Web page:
CMP appoints new Head of Investigations for an age of watertight standards
Consultancy 4th November 2021
Workplaces are fraught with new sensitivities and complexities. HR need to make sure their approach to workplace investigations is rock solid: that the best available standards have been followed, there’s transparency and an explicit trail of fair and reasonable judgments. An organisation’s reputation and employer branding, as well as people’s jobs and future careers, are all at stake.
At CMP we’re determined to help employers create positive workplace relationships through the coming challenges: encouraging a culture of fairness, openness, and trust. And a critical pillar when it comes to dealing with those most testing and public of disputes is watertight workplace investigations.
Last year, CMP became BSI 102000 (Provision of Investigative Services) accredited and has developed its own best practice standards that go above the beyond the ACAS code. Now, building on the excellent work by Tim Kingsbury over the past 15 years, CMP has appointed a new Head of Investigations to meet the growing and increasingly complex demands from employers for investigations support and expertise.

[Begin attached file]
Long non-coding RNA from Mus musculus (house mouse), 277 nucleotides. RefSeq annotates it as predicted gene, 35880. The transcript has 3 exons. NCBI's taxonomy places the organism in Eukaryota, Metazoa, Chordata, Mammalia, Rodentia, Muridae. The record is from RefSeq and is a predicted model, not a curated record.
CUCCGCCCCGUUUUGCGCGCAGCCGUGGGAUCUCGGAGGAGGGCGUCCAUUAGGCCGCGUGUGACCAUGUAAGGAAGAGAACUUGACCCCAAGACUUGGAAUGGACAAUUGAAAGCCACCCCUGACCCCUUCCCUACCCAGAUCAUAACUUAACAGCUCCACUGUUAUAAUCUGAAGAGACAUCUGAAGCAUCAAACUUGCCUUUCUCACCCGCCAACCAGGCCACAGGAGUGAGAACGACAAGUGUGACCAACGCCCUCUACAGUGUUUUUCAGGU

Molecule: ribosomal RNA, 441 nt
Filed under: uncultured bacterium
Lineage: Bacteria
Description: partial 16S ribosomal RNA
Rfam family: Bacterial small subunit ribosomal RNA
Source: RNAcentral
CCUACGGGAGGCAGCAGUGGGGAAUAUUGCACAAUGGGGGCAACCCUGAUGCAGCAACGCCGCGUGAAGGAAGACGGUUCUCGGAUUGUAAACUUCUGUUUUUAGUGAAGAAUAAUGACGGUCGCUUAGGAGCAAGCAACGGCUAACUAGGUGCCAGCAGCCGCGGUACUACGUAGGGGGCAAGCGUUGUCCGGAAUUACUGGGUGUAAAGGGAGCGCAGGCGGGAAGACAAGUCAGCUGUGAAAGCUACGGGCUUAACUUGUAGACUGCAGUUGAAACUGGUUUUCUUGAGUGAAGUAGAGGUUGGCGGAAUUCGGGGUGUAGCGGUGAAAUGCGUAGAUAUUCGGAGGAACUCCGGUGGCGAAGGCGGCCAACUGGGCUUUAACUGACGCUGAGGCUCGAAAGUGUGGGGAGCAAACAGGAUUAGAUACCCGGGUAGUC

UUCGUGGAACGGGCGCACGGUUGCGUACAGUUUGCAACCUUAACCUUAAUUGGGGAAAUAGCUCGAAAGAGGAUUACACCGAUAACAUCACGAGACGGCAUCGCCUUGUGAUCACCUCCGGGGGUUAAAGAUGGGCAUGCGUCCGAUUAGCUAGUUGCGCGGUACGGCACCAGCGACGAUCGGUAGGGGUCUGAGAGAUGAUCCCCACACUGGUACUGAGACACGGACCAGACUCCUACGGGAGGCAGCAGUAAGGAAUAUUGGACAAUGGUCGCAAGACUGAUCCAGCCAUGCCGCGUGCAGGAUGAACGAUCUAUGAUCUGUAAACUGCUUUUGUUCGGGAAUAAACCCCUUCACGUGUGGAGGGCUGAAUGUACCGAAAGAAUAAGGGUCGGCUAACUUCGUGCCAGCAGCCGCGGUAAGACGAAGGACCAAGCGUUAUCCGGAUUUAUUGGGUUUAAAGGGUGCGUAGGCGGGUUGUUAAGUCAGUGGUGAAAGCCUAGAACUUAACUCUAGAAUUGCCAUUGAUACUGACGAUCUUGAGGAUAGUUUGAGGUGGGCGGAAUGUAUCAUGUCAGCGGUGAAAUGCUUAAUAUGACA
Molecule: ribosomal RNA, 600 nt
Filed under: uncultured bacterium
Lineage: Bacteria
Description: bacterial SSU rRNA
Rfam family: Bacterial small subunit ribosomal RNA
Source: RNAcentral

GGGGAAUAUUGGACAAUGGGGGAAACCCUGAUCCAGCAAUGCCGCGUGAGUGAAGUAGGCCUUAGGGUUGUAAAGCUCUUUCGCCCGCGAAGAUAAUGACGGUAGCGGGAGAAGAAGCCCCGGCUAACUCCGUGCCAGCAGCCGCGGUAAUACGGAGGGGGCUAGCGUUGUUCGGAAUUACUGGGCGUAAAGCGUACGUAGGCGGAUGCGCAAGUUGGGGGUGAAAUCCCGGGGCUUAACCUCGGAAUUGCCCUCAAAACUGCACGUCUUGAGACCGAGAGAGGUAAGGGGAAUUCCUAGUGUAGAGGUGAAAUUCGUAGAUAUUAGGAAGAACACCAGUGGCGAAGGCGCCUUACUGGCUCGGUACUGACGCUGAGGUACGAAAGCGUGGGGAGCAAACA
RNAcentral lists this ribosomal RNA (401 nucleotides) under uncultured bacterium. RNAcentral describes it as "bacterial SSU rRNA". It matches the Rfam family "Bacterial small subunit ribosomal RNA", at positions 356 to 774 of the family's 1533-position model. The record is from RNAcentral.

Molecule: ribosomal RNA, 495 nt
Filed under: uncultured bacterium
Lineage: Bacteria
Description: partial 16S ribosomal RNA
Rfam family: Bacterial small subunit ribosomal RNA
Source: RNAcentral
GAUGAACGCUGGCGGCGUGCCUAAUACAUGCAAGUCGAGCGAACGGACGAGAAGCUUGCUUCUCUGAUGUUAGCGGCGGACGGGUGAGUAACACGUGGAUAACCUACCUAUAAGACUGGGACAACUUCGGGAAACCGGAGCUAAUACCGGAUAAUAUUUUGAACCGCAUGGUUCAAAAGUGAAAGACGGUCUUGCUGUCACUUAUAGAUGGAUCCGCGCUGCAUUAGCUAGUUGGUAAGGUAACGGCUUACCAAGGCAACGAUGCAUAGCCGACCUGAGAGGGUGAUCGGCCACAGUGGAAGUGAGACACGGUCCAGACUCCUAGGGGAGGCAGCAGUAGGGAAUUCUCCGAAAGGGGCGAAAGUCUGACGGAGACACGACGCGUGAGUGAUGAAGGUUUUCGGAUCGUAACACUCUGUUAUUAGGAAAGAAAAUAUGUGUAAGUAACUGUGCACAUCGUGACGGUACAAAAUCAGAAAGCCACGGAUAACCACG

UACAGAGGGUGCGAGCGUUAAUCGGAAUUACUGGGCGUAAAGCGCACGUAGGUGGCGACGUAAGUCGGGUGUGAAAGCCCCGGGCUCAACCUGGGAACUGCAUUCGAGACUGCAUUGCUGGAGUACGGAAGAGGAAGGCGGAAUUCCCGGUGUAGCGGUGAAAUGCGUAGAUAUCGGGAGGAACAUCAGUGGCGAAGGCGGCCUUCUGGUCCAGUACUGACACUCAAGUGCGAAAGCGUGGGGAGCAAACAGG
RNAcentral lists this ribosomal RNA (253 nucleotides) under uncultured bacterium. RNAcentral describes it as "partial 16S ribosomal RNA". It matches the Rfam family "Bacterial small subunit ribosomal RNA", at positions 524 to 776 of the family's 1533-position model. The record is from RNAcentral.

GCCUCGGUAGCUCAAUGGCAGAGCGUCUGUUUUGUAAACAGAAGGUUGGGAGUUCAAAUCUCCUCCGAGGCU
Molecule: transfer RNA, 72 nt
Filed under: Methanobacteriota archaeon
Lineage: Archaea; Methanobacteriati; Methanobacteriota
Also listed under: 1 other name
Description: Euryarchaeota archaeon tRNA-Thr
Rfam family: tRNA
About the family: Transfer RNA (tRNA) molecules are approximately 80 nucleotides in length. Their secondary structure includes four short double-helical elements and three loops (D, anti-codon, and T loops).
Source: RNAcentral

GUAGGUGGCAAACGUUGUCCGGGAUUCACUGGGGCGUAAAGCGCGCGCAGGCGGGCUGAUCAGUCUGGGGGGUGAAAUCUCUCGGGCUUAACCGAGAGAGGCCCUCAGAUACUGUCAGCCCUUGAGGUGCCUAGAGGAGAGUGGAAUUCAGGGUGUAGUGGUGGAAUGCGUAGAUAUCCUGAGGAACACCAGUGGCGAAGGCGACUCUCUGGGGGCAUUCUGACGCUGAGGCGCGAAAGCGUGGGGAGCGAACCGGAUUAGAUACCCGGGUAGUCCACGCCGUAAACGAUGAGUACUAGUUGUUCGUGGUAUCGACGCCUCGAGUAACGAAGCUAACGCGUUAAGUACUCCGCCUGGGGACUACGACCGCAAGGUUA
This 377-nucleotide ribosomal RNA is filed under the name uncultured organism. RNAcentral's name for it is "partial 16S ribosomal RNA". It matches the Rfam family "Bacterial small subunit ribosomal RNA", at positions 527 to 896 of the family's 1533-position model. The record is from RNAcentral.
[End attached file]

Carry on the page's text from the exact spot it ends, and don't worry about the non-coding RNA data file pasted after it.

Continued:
Ele Wilson began working with CMP in 2017 as an associate investigator, having spent 22 years as an officer in the Royal Military Police. A qualified workplace mediator, she has vast experience of conducting and managing workplace investigations in both the public and private sectors, including student and staff complaints in academic organisations and complaints from within high-performance sports.
From the regular failures reported at Employment Tribunals, from the years of anecdotal evidence of working with employers, we know that sensible practices aren’t being followed. The gap between what HR say is being done and reality is a chasm. Investigators will, at best, receive a day of training – in other words, the people involved with working out the evidence for a complex and painful sexual harassment case will have far less training than those looking into a health and safety case of staff falling off a ladder. And that training might only be about process and guidelines, not the actual skills needed to be an effective and fair investigator, able to stand up to increased scrutiny.
There are no formal standards for investigations – which means you need to be even more careful in terms of considering training and the use of external expertise, given the greater potential risks to the organisation from poor practice in serious cases.
“Taking on the role of Head of Investigations at this time of growth for CMP is incredibly exciting,” said Ele. “I am really looking forward to ensuring CMP is at the heart of efforts to improve investigations standards among employers, creating a benchmark across the industry.
“My initial focus will be to review the current form, expand on what is good and consult across all areas of the business to see how we can make what is already an amazing service even better.”